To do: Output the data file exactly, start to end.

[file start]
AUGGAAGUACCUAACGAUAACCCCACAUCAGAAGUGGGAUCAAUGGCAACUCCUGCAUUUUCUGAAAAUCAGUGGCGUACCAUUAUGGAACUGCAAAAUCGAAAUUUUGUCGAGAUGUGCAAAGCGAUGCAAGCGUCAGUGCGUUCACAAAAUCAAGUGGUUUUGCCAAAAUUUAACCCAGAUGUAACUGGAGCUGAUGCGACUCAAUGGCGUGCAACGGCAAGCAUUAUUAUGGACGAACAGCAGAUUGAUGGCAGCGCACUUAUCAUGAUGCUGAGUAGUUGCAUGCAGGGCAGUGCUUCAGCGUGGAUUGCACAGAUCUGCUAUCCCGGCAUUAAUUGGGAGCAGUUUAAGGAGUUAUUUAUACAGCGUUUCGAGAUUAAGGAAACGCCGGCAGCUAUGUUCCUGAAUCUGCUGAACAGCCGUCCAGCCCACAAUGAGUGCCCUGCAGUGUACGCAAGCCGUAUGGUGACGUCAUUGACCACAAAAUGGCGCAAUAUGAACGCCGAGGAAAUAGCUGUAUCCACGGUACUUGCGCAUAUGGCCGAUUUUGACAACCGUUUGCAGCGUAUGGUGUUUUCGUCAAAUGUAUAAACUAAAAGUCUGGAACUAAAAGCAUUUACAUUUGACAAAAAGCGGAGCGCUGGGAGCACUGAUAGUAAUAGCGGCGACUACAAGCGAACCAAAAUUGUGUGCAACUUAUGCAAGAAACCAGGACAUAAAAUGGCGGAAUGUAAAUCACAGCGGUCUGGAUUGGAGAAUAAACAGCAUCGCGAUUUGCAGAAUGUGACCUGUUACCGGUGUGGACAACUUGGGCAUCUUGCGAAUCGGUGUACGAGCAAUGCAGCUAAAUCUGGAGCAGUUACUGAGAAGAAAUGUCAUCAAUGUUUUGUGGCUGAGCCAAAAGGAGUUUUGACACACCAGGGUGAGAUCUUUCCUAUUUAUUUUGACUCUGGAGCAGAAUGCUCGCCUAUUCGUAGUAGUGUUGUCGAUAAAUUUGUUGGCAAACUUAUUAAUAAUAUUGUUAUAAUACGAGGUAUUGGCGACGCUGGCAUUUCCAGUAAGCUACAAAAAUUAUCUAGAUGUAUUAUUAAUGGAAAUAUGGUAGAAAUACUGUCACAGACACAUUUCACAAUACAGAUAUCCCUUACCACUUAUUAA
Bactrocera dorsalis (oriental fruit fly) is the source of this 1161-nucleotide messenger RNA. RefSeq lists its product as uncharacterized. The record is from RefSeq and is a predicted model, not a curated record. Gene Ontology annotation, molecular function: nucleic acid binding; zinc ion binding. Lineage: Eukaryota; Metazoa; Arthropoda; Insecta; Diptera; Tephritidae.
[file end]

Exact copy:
AUGGAAGUACCUAACGAUAACCCCACAUCAGAAGUGGGAUCAAUGGCAACUCCUGCAUUUUCUGAAAAUCAGUGGCGUACCAUUAUGGAACUGCAAAAUCGAAAUUUUGUCGAGAUGUGCAAAGCGAUGCAAGCGUCAGUGCGUUCACAAAAUCAAGUGGUUUUGCCAAAAUUUAACCCAGAUGUAACUGGAGCUGAUGCGACUCAAUGGCGUGCAACGGCAAGCAUUAUUAUGGACGAACAGCAGAUUGAUGGCAGCGCACUUAUCAUGAUGCUGAGUAGUUGCAUGCAGGGCAGUGCUUCAGCGUGGAUUGCACAGAUCUGCUAUCCCGGCAUUAAUUGGGAGCAGUUUAAGGAGUUAUUUAUACAGCGUUUCGAGAUUAAGGAAACGCCGGCAGCUAUGUUCCUGAAUCUGCUGAACAGCCGUCCAGCCCACAAUGAGUGCCCUGCAGUGUACGCAAGCCGUAUGGUGACGUCAUUGACCACAAAAUGGCGCAAUAUGAACGCCGAGGAAAUAGCUGUAUCCACGGUACUUGCGCAUAUGGCCGAUUUUGACAACCGUUUGCAGCGUAUGGUGUUUUCGUCAAAUGUAUAAACUAAAAGUCUGGAACUAAAAGCAUUUACAUUUGACAAAAAGCGGAGCGCUGGGAGCACUGAUAGUAAUAGCGGCGACUACAAGCGAACCAAAAUUGUGUGCAACUUAUGCAAGAAACCAGGACAUAAAAUGGCGGAAUGUAAAUCACAGCGGUCUGGAUUGGAGAAUAAACAGCAUCGCGAUUUGCAGAAUGUGACCUGUUACCGGUGUGGACAACUUGGGCAUCUUGCGAAUCGGUGUACGAGCAAUGCAGCUAAAUCUGGAGCAGUUACUGAGAAGAAAUGUCAUCAAUGUUUUGUGGCUGAGCCAAAAGGAGUUUUGACACACCAGGGUGAGAUCUUUCCUAUUUAUUUUGACUCUGGAGCAGAAUGCUCGCCUAUUCGUAGUAGUGUUGUCGAUAAAUUUGUUGGCAAACUUAUUAAUAAUAUUGUUAUAAUACGAGGUAUUGGCGACGCUGGCAUUUCCAGUAAGCUACAAAAAUUAUCUAGAUGUAUUAUUAAUGGAAAUAUGGUAGAAAUACUGUCACAGACACAUUUCACAAUACAGAUAUCCCUUACCACUUAUUAA
Bactrocera dorsalis (oriental fruit fly) is the source of this 1161-nucleotide messenger RNA. RefSeq lists its product as uncharacterized. The record is from RefSeq and is a predicted model, not a curated record. Gene Ontology annotation, molecular function: nucleic acid binding; zinc ion binding. Lineage: Eukaryota; Metazoa; Arthropoda; Insecta; Diptera; Tephritidae.